Hungary

Polish Prime Minister Mateusz Morawiecki shakes hands with Hungarian Prime Minister Viktor Orban during a meeting at the Palace on the Isle in Warsaw's Lazienki Park on May 14, 2018.

Why Populists Understand Eastern Europe

Liberals have changed the region for the better—but don’t perceive its sense of loss.

Hungarian Prime Minister Viktor Orban (center) votes with other representatives in the Hungarian parliament in Budapest on March 30.

Viktor Orban Can’t Eradicate the Coronavirus by Decree

Hungary’s authoritarian leader has granted himself dictatorial powers, but his neglect of the country’s health system and his powerlessness in the face of a depreciating currency will come back to haunt him.

Hungarian Prime Minister Viktor Orban delivers his annual state of the nation speech in front of Fidesz party members.

Nationalists Claim They Want to Redefine Conservatism, but They’re Not Sure What It Is

A February gathering in Rome outlined a muddled vision for the future, claiming the mantle of Ronald Reagan and St. John Paul II while indulging the far-right.

Stock trader Peter Tuchman works on the floor of the New York Stock Exchange.

Our Top Weekend Reads

Market response to the coronavirus, China deflecting blame, and the dawn of post-democratic Europe.

Turkey's President Recep Tayyip Erdogan and India's Prime Minister Narendra Modi are greeted by South Africa's President Cyril Ramaphosa

Coronavirus Has Started a Censorship Pandemic

Governments around the world are banning fake news about the crisis—and cracking down on their critics while they’re at it.

Hungarian Prime Minister Viktor Orban delivers his state of the nation address in Budapest on Feb. 18, 2018.

The Shocking ‘Coronavirus Coup’ in Hungary Was a Wake-Up Call

While the world is shut down, history hasn’t stopped. Authoritarians are seizing the opportunity.

European Commission President Ursula von der Leyen welcomes Hungary's Prime Minister Viktor Orban

Coronavirus and the Dawn of Post-Democratic Europe

Hungary has used the pandemic to abandon its last vestiges of democracy—and to dare the EU to do anything about it.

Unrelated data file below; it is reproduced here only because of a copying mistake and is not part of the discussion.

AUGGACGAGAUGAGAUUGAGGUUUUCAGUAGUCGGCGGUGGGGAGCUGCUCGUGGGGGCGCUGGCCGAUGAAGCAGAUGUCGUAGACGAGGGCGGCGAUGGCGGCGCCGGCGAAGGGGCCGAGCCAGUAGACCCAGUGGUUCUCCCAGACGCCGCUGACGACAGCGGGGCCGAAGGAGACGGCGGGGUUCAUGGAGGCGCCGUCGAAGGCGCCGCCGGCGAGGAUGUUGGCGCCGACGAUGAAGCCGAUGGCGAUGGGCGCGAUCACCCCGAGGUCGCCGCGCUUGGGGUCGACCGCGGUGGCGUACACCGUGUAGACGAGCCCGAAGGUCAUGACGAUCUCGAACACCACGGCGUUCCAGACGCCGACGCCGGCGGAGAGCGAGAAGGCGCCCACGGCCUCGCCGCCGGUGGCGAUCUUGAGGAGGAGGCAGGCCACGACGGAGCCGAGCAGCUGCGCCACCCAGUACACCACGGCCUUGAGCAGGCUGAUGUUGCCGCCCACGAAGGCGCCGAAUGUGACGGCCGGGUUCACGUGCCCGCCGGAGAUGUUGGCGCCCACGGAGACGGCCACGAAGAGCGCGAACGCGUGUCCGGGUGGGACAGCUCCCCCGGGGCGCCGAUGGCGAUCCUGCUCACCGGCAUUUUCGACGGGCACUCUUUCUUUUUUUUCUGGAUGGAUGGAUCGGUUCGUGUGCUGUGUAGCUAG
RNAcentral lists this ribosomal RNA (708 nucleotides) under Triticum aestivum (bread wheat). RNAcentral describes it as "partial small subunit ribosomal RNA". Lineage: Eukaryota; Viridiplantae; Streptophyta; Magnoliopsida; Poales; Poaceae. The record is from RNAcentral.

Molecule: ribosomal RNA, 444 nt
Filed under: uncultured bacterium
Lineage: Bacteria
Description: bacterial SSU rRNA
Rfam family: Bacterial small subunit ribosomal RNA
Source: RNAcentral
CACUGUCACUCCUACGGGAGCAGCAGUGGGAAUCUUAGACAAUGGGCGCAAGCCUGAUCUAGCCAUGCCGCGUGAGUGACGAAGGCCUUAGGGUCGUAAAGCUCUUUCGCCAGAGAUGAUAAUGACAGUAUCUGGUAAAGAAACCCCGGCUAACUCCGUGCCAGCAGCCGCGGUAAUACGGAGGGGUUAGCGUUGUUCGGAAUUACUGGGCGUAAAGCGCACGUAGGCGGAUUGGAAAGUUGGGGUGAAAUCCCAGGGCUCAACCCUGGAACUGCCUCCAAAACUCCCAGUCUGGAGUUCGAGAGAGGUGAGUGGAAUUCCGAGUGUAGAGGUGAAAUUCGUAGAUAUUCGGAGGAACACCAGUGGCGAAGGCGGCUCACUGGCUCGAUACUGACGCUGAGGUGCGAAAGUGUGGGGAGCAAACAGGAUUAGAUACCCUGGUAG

Gergely Karacsony addresses an audience in Budapest, Hungary, after his victory in the capital city's mayoral election.

Europe’s Populist Governments Have a Problem: Their Capitals

City-level opposition could be the key to defeating populism in the Czech Republic, Hungary, Poland, Slovakia, and beyond.

U.S. President Donald Trump shakes hands with Hungarian Prime Minister Viktor Orban during a meeting in the White House Oval Office in Washington on May 13.

Did Hungary’s Viktor Orban Turn Trump Against Ukraine?

Why Hungary and Russia might have wanted to shape the U.S. president’s views on Ukraine.

European flags wave in front of the Berlaymont building in Brussels on Jan. 14. (Michele Spatari/NurPhoto via Getty Images)

For Eastern Europe, Brussels Is the New Moscow

After upcoming elections in Poland, Hungary, Bulgaria, and Romania, healing Europe’s east-west divide will be more urgent than ever.

Participants seen holding flags during the National Rosary

Why Poland’s Populists Keep Winning

PiS won by offering provincial voters social benefits that transformed their lives. If Poland’s opposition wants to defeat the illiberal ruling party, it will have to offer an alternative welfare state model.

German Chancellor Angela Merkel (C), Defense Minister Ursula von der Leyen (L) attend a cabinet retreat on November 14, 2018 in Potsdam, Germany.

Ursula von der Leyen Isn’t Perfect, but She’s Better Than the Alternative

Opposing the compromise candidate for EU commission president will further empower populists and Euroskeptics.

Member of the European Parliament Nigel Farage (L) speaks with European Commission First Vice-President Frans Timmermans (R) prior to a debate concerning Hungary's situation during a plenary session at the European Parliament on September 11, 2018 in Strasbourg, France.

Europe Must Not Allow Enemies of Democracy to Choose the Next EU Commissioner

The illiberal leaders of Hungary and Poland falsely claim Frans Timmermans would divide Europe. What they really fear is his commitment to the rule of law.

Several hundred Austrian police and soldiers simulate a border control exercise on June 26, 2018 at the crossing point with Slovenia, where thousands of migrants crossed in 2015.

A New, Harsher Vision of the EU Takes Shape

Populists still want to be part of the European Union, even in Hungary and Poland. Just a far less inclusive one.

Aung San Suu Kyi with Viktor Orban in Budapest on June 5.

Orban and Aung San Suu Kyi Gave in to Hate the Same Way

The two Oxford-educated leaders once preached liberal values—but found bigotry more convenient.

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